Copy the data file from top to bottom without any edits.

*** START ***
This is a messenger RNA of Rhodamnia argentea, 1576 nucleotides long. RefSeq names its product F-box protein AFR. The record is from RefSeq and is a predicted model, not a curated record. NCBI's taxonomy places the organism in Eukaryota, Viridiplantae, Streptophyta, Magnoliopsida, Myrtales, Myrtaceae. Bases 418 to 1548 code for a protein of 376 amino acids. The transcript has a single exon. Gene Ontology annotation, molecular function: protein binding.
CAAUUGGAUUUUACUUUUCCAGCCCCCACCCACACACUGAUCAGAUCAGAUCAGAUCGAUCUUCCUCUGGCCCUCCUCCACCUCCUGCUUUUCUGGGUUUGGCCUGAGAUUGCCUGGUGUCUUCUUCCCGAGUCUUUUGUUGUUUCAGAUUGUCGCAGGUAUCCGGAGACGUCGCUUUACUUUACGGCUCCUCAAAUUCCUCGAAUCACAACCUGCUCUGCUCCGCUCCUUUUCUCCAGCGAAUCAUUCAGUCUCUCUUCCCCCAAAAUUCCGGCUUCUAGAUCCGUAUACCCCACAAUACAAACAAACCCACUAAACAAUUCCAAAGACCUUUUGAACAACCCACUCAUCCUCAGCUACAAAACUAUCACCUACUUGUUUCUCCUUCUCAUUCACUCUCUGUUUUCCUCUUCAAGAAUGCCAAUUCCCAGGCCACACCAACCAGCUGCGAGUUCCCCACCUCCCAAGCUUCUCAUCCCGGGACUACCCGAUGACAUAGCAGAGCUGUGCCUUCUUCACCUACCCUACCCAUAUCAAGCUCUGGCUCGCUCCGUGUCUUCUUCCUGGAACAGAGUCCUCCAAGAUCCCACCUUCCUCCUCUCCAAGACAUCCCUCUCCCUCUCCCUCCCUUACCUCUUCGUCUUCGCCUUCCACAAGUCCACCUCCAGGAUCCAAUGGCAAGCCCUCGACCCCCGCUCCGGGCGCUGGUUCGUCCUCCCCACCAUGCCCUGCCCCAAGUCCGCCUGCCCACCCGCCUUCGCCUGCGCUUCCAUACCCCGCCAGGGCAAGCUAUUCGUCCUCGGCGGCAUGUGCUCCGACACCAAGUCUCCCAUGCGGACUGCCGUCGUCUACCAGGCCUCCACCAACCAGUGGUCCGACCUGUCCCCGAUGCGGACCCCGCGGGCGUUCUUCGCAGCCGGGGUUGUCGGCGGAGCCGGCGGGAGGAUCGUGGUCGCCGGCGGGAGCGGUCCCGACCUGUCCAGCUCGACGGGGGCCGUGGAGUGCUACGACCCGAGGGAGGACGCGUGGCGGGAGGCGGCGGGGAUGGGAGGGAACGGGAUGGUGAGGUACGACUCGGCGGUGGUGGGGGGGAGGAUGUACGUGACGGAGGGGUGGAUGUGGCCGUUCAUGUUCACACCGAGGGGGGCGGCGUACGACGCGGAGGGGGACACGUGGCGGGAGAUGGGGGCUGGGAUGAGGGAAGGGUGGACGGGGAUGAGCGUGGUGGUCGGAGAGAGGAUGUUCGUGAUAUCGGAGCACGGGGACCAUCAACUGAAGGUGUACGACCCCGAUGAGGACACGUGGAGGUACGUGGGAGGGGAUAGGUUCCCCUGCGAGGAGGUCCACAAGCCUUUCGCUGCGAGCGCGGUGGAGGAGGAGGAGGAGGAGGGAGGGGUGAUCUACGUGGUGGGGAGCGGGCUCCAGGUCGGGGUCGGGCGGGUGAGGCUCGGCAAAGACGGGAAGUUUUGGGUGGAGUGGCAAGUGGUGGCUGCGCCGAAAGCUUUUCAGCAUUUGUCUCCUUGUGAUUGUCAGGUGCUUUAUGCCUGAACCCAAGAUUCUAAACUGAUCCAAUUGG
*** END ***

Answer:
This is a messenger RNA of Rhodamnia argentea, 1576 nucleotides long. RefSeq names its product F-box protein AFR. The record is from RefSeq and is a predicted model, not a curated record. NCBI's taxonomy places the organism in Eukaryota, Viridiplantae, Streptophyta, Magnoliopsida, Myrtales, Myrtaceae. Bases 418 to 1548 code for a protein of 376 amino acids. The transcript has a single exon. Gene Ontology annotation, molecular function: protein binding.
CAAUUGGAUUUUACUUUUCCAGCCCCCACCCACACACUGAUCAGAUCAGAUCAGAUCGAUCUUCCUCUGGCCCUCCUCCACCUCCUGCUUUUCUGGGUUUGGCCUGAGAUUGCCUGGUGUCUUCUUCCCGAGUCUUUUGUUGUUUCAGAUUGUCGCAGGUAUCCGGAGACGUCGCUUUACUUUACGGCUCCUCAAAUUCCUCGAAUCACAACCUGCUCUGCUCCGCUCCUUUUCUCCAGCGAAUCAUUCAGUCUCUCUUCCCCCAAAAUUCCGGCUUCUAGAUCCGUAUACCCCACAAUACAAACAAACCCACUAAACAAUUCCAAAGACCUUUUGAACAACCCACUCAUCCUCAGCUACAAAACUAUCACCUACUUGUUUCUCCUUCUCAUUCACUCUCUGUUUUCCUCUUCAAGAAUGCCAAUUCCCAGGCCACACCAACCAGCUGCGAGUUCCCCACCUCCCAAGCUUCUCAUCCCGGGACUACCCGAUGACAUAGCAGAGCUGUGCCUUCUUCACCUACCCUACCCAUAUCAAGCUCUGGCUCGCUCCGUGUCUUCUUCCUGGAACAGAGUCCUCCAAGAUCCCACCUUCCUCCUCUCCAAGACAUCCCUCUCCCUCUCCCUCCCUUACCUCUUCGUCUUCGCCUUCCACAAGUCCACCUCCAGGAUCCAAUGGCAAGCCCUCGACCCCCGCUCCGGGCGCUGGUUCGUCCUCCCCACCAUGCCCUGCCCCAAGUCCGCCUGCCCACCCGCCUUCGCCUGCGCUUCCAUACCCCGCCAGGGCAAGCUAUUCGUCCUCGGCGGCAUGUGCUCCGACACCAAGUCUCCCAUGCGGACUGCCGUCGUCUACCAGGCCUCCACCAACCAGUGGUCCGACCUGUCCCCGAUGCGGACCCCGCGGGCGUUCUUCGCAGCCGGGGUUGUCGGCGGAGCCGGCGGGAGGAUCGUGGUCGCCGGCGGGAGCGGUCCCGACCUGUCCAGCUCGACGGGGGCCGUGGAGUGCUACGACCCGAGGGAGGACGCGUGGCGGGAGGCGGCGGGGAUGGGAGGGAACGGGAUGGUGAGGUACGACUCGGCGGUGGUGGGGGGGAGGAUGUACGUGACGGAGGGGUGGAUGUGGCCGUUCAUGUUCACACCGAGGGGGGCGGCGUACGACGCGGAGGGGGACACGUGGCGGGAGAUGGGGGCUGGGAUGAGGGAAGGGUGGACGGGGAUGAGCGUGGUGGUCGGAGAGAGGAUGUUCGUGAUAUCGGAGCACGGGGACCAUCAACUGAAGGUGUACGACCCCGAUGAGGACACGUGGAGGUACGUGGGAGGGGAUAGGUUCCCCUGCGAGGAGGUCCACAAGCCUUUCGCUGCGAGCGCGGUGGAGGAGGAGGAGGAGGAGGGAGGGGUGAUCUACGUGGUGGGGAGCGGGCUCCAGGUCGGGGUCGGGCGGGUGAGGCUCGGCAAAGACGGGAAGUUUUGGGUGGAGUGGCAAGUGGUGGCUGCGCCGAAAGCUUUUCAGCAUUUGUCUCCUUGUGAUUGUCAGGUGCUUUAUGCCUGAACCCAAGAUUCUAAACUGAUCCAAUUGG